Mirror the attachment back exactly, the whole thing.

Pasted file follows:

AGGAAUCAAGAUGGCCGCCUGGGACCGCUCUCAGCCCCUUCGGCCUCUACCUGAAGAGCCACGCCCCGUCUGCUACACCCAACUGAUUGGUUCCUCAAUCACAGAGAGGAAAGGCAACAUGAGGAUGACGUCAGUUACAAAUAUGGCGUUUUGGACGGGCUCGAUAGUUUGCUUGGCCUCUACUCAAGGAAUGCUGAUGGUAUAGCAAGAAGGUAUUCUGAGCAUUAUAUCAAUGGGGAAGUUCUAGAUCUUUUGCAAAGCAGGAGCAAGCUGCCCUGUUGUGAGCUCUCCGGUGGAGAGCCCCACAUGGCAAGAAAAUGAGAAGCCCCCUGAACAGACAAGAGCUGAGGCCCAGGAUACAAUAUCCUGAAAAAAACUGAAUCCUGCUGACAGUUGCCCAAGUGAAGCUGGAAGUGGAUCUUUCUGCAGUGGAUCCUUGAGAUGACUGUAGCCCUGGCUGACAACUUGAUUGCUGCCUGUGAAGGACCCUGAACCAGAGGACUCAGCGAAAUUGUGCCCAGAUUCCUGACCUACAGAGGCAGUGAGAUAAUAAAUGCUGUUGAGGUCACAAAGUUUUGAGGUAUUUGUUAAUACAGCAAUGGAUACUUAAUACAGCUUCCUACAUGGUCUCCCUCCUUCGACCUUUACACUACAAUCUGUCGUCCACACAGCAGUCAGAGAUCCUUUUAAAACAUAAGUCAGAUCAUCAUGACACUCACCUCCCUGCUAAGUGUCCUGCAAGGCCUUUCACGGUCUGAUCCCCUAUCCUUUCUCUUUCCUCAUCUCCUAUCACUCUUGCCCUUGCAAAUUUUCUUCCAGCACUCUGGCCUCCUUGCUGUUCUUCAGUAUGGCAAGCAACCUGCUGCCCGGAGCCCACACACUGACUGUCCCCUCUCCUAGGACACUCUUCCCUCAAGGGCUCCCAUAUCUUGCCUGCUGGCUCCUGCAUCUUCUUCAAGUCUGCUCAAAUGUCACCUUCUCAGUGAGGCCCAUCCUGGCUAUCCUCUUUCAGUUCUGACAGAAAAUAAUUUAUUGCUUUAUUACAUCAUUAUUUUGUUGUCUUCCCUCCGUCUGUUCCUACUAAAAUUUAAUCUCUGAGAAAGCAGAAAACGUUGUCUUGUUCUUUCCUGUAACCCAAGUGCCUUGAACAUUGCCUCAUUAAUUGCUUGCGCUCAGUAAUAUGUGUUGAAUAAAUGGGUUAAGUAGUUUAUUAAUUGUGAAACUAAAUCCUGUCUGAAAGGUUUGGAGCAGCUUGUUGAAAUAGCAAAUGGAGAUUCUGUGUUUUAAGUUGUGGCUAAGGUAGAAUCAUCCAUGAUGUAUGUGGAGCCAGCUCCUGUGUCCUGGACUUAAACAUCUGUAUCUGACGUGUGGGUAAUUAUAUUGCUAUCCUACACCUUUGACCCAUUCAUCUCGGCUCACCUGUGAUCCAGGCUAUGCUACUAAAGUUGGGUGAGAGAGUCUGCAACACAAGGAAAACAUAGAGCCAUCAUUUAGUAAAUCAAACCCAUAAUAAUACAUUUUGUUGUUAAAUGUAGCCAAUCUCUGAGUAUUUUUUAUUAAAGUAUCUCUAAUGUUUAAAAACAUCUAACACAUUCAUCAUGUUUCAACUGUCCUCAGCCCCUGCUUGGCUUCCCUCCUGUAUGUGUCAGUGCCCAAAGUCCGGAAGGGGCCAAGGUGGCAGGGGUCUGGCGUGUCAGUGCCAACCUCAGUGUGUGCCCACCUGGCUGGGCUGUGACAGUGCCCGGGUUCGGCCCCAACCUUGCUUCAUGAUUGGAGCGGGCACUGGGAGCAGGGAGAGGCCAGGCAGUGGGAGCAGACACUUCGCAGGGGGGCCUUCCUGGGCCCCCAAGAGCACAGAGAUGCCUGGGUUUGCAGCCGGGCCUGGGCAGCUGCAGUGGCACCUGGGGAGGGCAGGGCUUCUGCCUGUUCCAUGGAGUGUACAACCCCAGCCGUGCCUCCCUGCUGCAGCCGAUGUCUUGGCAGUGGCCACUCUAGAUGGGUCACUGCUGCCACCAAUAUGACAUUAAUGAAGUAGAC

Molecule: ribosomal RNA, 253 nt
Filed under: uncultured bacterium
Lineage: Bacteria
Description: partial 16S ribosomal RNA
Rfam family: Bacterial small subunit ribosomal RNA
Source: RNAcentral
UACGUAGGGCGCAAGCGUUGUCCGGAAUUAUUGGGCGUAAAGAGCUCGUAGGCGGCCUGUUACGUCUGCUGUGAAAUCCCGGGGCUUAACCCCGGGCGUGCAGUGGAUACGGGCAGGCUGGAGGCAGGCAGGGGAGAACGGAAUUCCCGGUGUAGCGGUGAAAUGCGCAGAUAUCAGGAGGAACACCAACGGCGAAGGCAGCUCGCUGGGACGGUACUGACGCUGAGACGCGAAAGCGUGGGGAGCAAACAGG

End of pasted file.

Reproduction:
AGGAAUCAAGAUGGCCGCCUGGGACCGCUCUCAGCCCCUUCGGCCUCUACCUGAAGAGCCACGCCCCGUCUGCUACACCCAACUGAUUGGUUCCUCAAUCACAGAGAGGAAAGGCAACAUGAGGAUGACGUCAGUUACAAAUAUGGCGUUUUGGACGGGCUCGAUAGUUUGCUUGGCCUCUACUCAAGGAAUGCUGAUGGUAUAGCAAGAAGGUAUUCUGAGCAUUAUAUCAAUGGGGAAGUUCUAGAUCUUUUGCAAAGCAGGAGCAAGCUGCCCUGUUGUGAGCUCUCCGGUGGAGAGCCCCACAUGGCAAGAAAAUGAGAAGCCCCCUGAACAGACAAGAGCUGAGGCCCAGGAUACAAUAUCCUGAAAAAAACUGAAUCCUGCUGACAGUUGCCCAAGUGAAGCUGGAAGUGGAUCUUUCUGCAGUGGAUCCUUGAGAUGACUGUAGCCCUGGCUGACAACUUGAUUGCUGCCUGUGAAGGACCCUGAACCAGAGGACUCAGCGAAAUUGUGCCCAGAUUCCUGACCUACAGAGGCAGUGAGAUAAUAAAUGCUGUUGAGGUCACAAAGUUUUGAGGUAUUUGUUAAUACAGCAAUGGAUACUUAAUACAGCUUCCUACAUGGUCUCCCUCCUUCGACCUUUACACUACAAUCUGUCGUCCACACAGCAGUCAGAGAUCCUUUUAAAACAUAAGUCAGAUCAUCAUGACACUCACCUCCCUGCUAAGUGUCCUGCAAGGCCUUUCACGGUCUGAUCCCCUAUCCUUUCUCUUUCCUCAUCUCCUAUCACUCUUGCCCUUGCAAAUUUUCUUCCAGCACUCUGGCCUCCUUGCUGUUCUUCAGUAUGGCAAGCAACCUGCUGCCCGGAGCCCACACACUGACUGUCCCCUCUCCUAGGACACUCUUCCCUCAAGGGCUCCCAUAUCUUGCCUGCUGGCUCCUGCAUCUUCUUCAAGUCUGCUCAAAUGUCACCUUCUCAGUGAGGCCCAUCCUGGCUAUCCUCUUUCAGUUCUGACAGAAAAUAAUUUAUUGCUUUAUUACAUCAUUAUUUUGUUGUCUUCCCUCCGUCUGUUCCUACUAAAAUUUAAUCUCUGAGAAAGCAGAAAACGUUGUCUUGUUCUUUCCUGUAACCCAAGUGCCUUGAACAUUGCCUCAUUAAUUGCUUGCGCUCAGUAAUAUGUGUUGAAUAAAUGGGUUAAGUAGUUUAUUAAUUGUGAAACUAAAUCCUGUCUGAAAGGUUUGGAGCAGCUUGUUGAAAUAGCAAAUGGAGAUUCUGUGUUUUAAGUUGUGGCUAAGGUAGAAUCAUCCAUGAUGUAUGUGGAGCCAGCUCCUGUGUCCUGGACUUAAACAUCUGUAUCUGACGUGUGGGUAAUUAUAUUGCUAUCCUACACCUUUGACCCAUUCAUCUCGGCUCACCUGUGAUCCAGGCUAUGCUACUAAAGUUGGGUGAGAGAGUCUGCAACACAAGGAAAACAUAGAGCCAUCAUUUAGUAAAUCAAACCCAUAAUAAUACAUUUUGUUGUUAAAUGUAGCCAAUCUCUGAGUAUUUUUUAUUAAAGUAUCUCUAAUGUUUAAAAACAUCUAACACAUUCAUCAUGUUUCAACUGUCCUCAGCCCCUGCUUGGCUUCCCUCCUGUAUGUGUCAGUGCCCAAAGUCCGGAAGGGGCCAAGGUGGCAGGGGUCUGGCGUGUCAGUGCCAACCUCAGUGUGUGCCCACCUGGCUGGGCUGUGACAGUGCCCGGGUUCGGCCCCAACCUUGCUUCAUGAUUGGAGCGGGCACUGGGAGCAGGGAGAGGCCAGGCAGUGGGAGCAGACACUUCGCAGGGGGGCCUUCCUGGGCCCCCAAGAGCACAGAGAUGCCUGGGUUUGCAGCCGGGCCUGGGCAGCUGCAGUGGCACCUGGGGAGGGCAGGGCUUCUGCCUGUUCCAUGGAGUGUACAACCCCAGCCGUGCCUCCCUGCUGCAGCCGAUGUCUUGGCAGUGGCCACUCUAGAUGGGUCACUGCUGCCACCAAUAUGACAUUAAUGAAGUAGAC

Molecule: ribosomal RNA, 253 nt
Filed under: uncultured bacterium
Lineage: Bacteria
Description: partial 16S ribosomal RNA
Rfam family: Bacterial small subunit ribosomal RNA
Source: RNAcentral
UACGUAGGGCGCAAGCGUUGUCCGGAAUUAUUGGGCGUAAAGAGCUCGUAGGCGGCCUGUUACGUCUGCUGUGAAAUCCCGGGGCUUAACCCCGGGCGUGCAGUGGAUACGGGCAGGCUGGAGGCAGGCAGGGGAGAACGGAAUUCCCGGUGUAGCGGUGAAAUGCGCAGAUAUCAGGAGGAACACCAACGGCGAAGGCAGCUCGCUGGGACGGUACUGACGCUGAGACGCGAAAGCGUGGGGAGCAAACAGG